Back in September 2022, I decided to sow baby bear and also grey crown varieties of pumpkin seeds for the upcoming growing season. The first sowing didn't germinate thanks to some dodgy seed raising mix, so I had to resow the pumpkin seeds in early October. This time all the seedlings germinated and grew up into healthy plants. In Labour weekend in October they were planted into one of our large garden beds along with corn and wheat.
This past growing season had the hottest and driest weather for us in Dunedin in many years. The pumpkin plants grew very quickly, and before Christmas had even come, the plants had already started producing fruit.
The summer months of January and February were hot and dry, and it wasn't long before the pumpkins began changing colour. I was watering the plants as often I could, but by this time our neighbourhood was under strict water restrictions.
In early March the pumpkin plants started dying back, and finally we had some decent rain again. It was now time for the pumpkin harvest. It was our biggest pumpkin harvest ever. Our 6 grey crown pumpkins weighed a combined total of 18 kg, and our 11 Baby Bear pumpkins came in at a combined total of 7 kg.
After setting aside pumpkins for our own use, and also for family and friends, we had 6 pumpkins left over. Luckily our neighbourhood has a very active fruit and vege produce swap group. I posted my pumpkins up on their Facebook page, and within minutes all my spare pumpkins were taken by people wanting to swap produce.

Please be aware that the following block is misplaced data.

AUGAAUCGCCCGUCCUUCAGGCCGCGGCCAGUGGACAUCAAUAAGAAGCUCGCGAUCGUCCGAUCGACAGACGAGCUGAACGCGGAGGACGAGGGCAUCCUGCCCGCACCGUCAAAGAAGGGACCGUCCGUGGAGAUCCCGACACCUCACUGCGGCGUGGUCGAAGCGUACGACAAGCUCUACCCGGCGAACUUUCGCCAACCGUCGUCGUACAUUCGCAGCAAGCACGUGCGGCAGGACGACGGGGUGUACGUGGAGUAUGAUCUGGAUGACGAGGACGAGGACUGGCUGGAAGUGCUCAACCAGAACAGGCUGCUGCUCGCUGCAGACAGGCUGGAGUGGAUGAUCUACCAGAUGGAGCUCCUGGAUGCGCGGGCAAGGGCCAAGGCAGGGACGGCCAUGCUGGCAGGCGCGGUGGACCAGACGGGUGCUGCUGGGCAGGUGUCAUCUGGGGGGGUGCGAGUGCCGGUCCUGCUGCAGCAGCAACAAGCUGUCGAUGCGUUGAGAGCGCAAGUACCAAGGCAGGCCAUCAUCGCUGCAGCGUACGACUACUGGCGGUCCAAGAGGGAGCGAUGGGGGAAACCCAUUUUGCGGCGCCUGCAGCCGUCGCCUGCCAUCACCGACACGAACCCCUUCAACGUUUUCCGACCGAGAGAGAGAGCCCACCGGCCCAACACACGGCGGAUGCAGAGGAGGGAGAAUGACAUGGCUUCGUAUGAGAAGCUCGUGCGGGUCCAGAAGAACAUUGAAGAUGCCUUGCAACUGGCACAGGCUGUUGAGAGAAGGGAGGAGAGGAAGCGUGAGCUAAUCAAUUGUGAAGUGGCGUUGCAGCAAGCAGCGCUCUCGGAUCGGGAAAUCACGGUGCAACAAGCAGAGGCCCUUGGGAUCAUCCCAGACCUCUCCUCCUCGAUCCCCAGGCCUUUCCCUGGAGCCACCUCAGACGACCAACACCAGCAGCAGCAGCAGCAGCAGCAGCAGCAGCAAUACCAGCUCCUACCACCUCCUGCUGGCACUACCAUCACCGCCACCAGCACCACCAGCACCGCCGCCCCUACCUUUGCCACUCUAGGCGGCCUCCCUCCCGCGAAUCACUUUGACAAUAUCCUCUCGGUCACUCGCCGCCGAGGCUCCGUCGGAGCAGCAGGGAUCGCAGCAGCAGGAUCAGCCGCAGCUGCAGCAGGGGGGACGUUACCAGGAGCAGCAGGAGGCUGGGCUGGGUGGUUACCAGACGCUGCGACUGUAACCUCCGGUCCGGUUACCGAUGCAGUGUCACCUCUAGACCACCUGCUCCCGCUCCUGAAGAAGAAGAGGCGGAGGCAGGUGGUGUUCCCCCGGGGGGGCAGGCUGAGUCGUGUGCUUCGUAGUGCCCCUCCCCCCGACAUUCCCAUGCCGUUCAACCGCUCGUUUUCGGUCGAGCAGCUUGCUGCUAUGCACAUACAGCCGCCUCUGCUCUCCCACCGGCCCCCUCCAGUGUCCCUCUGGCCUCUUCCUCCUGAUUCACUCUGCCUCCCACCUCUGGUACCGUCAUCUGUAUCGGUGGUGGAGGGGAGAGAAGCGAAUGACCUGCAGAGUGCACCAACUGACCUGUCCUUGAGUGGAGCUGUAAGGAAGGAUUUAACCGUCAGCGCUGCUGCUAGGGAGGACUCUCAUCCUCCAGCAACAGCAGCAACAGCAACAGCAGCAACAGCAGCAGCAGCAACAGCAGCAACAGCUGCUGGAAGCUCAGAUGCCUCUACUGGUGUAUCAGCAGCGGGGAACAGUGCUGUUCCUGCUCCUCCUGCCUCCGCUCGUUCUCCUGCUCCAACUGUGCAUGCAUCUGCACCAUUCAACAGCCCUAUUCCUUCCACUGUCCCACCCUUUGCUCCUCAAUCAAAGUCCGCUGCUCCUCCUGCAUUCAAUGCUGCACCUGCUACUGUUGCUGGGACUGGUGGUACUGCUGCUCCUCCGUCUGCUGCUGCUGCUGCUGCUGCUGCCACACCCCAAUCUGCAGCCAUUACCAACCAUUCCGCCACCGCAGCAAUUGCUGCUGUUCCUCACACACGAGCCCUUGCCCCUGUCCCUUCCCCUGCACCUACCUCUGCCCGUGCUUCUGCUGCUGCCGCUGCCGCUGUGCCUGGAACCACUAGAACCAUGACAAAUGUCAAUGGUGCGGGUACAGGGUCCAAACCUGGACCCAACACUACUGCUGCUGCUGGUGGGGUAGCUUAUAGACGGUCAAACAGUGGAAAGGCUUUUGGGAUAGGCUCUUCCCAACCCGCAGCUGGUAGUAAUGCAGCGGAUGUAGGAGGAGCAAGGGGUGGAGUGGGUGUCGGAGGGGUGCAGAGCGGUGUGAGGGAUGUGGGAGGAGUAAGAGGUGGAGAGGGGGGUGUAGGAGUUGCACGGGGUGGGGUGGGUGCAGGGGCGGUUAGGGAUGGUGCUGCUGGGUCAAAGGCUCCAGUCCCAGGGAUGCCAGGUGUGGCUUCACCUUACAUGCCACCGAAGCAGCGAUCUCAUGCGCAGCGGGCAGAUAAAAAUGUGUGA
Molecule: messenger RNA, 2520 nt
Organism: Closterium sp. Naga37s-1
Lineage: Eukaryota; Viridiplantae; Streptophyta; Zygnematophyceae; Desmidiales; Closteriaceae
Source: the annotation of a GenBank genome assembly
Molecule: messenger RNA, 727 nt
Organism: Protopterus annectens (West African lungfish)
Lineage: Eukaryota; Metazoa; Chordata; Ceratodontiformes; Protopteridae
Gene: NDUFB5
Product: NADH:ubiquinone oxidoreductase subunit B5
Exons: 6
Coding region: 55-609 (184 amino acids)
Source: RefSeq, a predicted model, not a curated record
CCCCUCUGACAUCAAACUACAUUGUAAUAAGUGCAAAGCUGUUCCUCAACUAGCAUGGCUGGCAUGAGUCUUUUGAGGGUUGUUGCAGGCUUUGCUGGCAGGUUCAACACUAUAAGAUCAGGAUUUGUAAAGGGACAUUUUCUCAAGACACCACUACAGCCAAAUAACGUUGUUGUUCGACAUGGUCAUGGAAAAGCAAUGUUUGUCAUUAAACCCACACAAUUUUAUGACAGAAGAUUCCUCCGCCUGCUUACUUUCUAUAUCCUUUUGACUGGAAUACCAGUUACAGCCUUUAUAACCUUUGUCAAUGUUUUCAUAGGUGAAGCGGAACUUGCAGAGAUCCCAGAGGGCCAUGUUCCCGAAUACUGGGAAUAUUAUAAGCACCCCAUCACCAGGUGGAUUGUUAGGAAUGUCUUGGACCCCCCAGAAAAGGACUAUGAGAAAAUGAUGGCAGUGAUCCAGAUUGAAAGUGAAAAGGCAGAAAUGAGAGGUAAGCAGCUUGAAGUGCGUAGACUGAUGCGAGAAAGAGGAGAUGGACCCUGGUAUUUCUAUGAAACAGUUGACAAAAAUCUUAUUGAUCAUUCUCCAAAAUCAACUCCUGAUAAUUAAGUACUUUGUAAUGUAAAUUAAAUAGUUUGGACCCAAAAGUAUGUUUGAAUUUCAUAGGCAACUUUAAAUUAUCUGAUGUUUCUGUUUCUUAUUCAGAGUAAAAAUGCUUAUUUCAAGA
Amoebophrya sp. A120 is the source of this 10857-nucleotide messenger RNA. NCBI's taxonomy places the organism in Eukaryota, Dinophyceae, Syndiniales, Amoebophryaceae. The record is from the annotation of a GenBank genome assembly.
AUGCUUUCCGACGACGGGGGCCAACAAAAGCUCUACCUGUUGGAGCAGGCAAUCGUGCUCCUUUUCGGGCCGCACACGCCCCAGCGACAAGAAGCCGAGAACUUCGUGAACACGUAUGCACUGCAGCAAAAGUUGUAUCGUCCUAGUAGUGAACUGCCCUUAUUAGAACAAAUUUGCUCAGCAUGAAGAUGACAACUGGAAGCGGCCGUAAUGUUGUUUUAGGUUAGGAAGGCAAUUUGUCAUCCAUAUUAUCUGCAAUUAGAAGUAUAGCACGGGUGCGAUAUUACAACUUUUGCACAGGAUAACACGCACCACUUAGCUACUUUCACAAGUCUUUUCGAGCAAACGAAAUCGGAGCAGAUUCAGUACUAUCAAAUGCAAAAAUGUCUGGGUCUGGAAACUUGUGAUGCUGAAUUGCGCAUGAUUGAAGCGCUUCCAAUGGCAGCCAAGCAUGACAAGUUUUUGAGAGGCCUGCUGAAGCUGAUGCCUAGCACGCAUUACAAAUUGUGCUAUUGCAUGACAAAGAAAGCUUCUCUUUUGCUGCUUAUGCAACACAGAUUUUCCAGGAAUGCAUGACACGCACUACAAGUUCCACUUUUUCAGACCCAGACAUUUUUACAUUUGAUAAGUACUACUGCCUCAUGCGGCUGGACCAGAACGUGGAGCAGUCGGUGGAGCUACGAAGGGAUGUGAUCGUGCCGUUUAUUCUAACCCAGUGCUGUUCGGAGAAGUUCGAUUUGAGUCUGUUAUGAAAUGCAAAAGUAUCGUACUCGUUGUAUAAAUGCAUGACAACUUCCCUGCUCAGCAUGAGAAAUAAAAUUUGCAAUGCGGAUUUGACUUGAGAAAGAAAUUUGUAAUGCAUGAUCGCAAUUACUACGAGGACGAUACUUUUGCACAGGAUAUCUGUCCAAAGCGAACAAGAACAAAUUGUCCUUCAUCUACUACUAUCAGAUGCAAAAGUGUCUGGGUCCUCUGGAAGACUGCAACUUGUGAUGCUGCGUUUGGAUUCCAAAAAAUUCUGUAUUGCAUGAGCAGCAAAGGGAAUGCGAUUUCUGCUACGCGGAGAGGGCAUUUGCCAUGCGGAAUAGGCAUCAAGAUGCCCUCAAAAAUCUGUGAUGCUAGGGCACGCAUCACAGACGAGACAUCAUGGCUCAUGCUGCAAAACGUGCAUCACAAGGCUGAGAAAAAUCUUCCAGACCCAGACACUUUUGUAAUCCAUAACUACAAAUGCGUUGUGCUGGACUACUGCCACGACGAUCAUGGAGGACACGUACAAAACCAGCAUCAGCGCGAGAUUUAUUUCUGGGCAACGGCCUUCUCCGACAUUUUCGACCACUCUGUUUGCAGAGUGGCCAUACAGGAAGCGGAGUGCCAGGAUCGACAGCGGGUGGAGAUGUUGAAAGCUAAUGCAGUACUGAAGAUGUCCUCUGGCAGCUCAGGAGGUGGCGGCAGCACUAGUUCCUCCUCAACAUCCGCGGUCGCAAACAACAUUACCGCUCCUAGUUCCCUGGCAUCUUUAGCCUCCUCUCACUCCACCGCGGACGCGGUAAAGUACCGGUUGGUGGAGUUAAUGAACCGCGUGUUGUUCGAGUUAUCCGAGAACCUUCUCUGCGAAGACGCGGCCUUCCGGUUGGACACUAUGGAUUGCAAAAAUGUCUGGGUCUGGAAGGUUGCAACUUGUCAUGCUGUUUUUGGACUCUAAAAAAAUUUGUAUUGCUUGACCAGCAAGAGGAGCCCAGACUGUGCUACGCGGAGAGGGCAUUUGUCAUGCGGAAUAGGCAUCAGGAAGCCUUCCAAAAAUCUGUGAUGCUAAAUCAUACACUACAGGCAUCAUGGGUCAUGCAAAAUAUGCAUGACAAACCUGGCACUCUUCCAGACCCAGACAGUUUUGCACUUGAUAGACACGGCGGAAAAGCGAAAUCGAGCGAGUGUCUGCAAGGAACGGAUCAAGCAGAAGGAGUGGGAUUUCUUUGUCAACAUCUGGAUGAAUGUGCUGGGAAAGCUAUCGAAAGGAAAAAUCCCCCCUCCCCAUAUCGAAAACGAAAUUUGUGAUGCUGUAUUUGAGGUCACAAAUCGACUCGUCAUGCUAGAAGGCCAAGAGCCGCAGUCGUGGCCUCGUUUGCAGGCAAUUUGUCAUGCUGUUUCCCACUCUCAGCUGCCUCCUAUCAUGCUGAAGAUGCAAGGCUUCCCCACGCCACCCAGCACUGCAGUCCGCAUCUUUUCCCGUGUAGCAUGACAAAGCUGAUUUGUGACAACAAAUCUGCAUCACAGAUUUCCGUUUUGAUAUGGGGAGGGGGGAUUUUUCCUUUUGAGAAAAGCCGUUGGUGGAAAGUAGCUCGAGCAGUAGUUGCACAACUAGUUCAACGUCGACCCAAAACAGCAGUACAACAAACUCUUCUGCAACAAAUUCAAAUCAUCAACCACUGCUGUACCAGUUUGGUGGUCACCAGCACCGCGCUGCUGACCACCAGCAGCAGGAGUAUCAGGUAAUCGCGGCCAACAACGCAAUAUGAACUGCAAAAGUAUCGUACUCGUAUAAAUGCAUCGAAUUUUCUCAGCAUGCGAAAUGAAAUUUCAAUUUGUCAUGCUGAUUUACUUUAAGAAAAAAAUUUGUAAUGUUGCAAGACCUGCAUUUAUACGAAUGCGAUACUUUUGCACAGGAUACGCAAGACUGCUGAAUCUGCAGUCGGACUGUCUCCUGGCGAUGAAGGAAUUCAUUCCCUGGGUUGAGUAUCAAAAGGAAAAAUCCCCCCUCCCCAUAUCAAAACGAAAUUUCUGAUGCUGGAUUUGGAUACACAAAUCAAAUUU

I was very soon inundated with lots of wonderful fruit we don't grow in our own fruit and vegetable garden, and in return I made new friends who left quite happily with a pumpkin or two.
One of our big gray pumpkins got given to an online friend in return for a box of quinces, and you can find the story in one of my previous blog posts, here.
I hope to share with you soon, my other adventures in processing and eating my autumnal fruit bounty.
Have a wonderful day
I've wanted a Le Creuset pumpkin casserole dish for a couple of years.
They are completely adorable, and are totally in line with my Cottagecore aesthetic, but I could never justify paying that much one for one, let alone the many I dreamed of having, just so I could decorate our dining room in autumn. So for the longest time my wish to own one has been in vain...
Until yesterday...when I was out shopping for my mother's birthday present, and I spotted something in a nearby secondhand hospice shop. Sitting all alone on the bottom shelf of the kitchen section, was a ceramic ware pumpkin.
I picked it up straight away, terrified that someone else would spot this treasure, and take it away from me. It was love at first sight. And before you could even blink, I was up at the counter paying a grand total of NZ$6 for the joy of taking my pumpkin home.
It didn't matter that there was a slight crack in the bottom, it was perfect just the way it was. When I arrived home and proudly showed hubby my prize, he just shook his head, probably very happy I no longer have a Le Creuset pumpkin casserole dish in my sights.
For now it sits pride of place on our dining table, and it makes me smile every time I walk past it.
Have a wonderful day.